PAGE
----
Hands reach to an assembly line where the words "Automation - as it was later dubbed by Delmar Harder, vice president of Ford Motor Company, in 1947 - continued unabated." repeat on each panel of the conveyor.

The text reads, "The legacy of the Luddites lived on in the latter half of the 20th century. Confined to the lowest-paying jobs, black workers were the first to be targeted by the midcentury push for automation.  Robert L. Allen quotes from his book, Black Awakening in Capitalist America (1969) "Not only is the economic situation of the masses of blacks grim, but the prospects are that it will not improve, rather it will deteriorate. This is due partly to the unregulated impact of automation."
The text reads, "The Black Panthers were also quick to recognize <a href=technology and automation were not politically neutral." Huey Newton, cofounder of the Black Panther Party says from a podium, "If the ruling circle remains in power it seems to me that capitalists will continue to develop their technological machinery because they are not interested in the people…Every worker is in jeopardy because of the ruling circle."” class=”wp-image-1088535″ />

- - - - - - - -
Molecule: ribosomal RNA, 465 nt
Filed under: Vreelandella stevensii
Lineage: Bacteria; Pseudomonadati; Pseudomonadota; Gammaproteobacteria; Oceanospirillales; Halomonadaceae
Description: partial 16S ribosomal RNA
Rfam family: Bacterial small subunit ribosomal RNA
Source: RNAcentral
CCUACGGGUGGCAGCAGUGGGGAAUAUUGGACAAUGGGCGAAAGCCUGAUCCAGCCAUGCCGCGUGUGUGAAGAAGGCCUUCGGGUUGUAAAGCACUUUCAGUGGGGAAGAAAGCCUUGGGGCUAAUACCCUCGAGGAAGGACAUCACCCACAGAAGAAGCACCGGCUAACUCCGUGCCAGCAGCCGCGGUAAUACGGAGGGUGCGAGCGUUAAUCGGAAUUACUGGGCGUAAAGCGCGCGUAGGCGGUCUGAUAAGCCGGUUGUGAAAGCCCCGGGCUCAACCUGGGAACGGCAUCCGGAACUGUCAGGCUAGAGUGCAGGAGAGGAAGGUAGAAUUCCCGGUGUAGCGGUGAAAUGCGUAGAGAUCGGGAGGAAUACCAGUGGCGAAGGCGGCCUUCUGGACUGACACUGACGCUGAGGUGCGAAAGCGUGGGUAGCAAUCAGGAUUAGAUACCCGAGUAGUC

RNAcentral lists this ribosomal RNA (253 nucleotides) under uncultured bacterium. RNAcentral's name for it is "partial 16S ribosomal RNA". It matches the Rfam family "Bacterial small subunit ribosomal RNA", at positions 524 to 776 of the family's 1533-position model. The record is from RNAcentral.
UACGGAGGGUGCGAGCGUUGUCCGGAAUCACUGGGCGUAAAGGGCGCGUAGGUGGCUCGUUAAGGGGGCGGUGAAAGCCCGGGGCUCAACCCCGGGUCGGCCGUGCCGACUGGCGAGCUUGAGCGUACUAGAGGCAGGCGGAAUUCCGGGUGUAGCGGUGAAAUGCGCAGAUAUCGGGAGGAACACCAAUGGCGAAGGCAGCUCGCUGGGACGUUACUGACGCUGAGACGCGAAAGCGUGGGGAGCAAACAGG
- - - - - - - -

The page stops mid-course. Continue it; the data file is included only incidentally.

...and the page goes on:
A group of Black Panthers standing together.  The text reads, "The Black Panther Party's Ten Point Program was updated in 1972. 'People's community control of modern <a href=technology‘ was added to the demands for ‘land, bread, housing, education, clothing, justice, peace."” class=”wp-image-1088536″ />

A conveyor belt with a chart, titled "Overrepresentation of African Americans in 3 occupation categories with the highest expected displacement, %" The statistics are Office Support e.g. secretaries with a displacement rate of 36%, Food Services, e.g. fast-food cooks with a displacement rate of 35% and Production work e.g. machinists with a displacement rate of 34%. The text reads, "A 2019 McKinsey Global Intitute report found that: 'African Americans are overrepresented in occupations likely to be the most affected by automation.' And the 2030 outlook doesn't look much better."
A crowd of students holding a sign that says "STRIKE" and a button that says, "I am a human being: do not fold, spindle, or mutilate" The text reads, "The introduction of the computer in the 1970s only exacerbated growing tensions. Punch cards used in universities, similar to cards used for drafting recruits for Vietnam, were seen as a symbol of bureaucracy and alienation. Students burned, vandalized, and otherwise destroyed punch cards for course registration."
Lisa Gitelman, author of Always Already New: Media, History and the Data of Culture (2008) says, "Many people simply stopped drawing distinctions between one card-enabled system and another. Whether the cards registered draftees or pupils, they helped 'the system.""
Men in a warroom facing a map. The text reads, "Vietnam had become the first computational war, bringing a shift toward strategies rooted in quantitative data collection and automated analysis."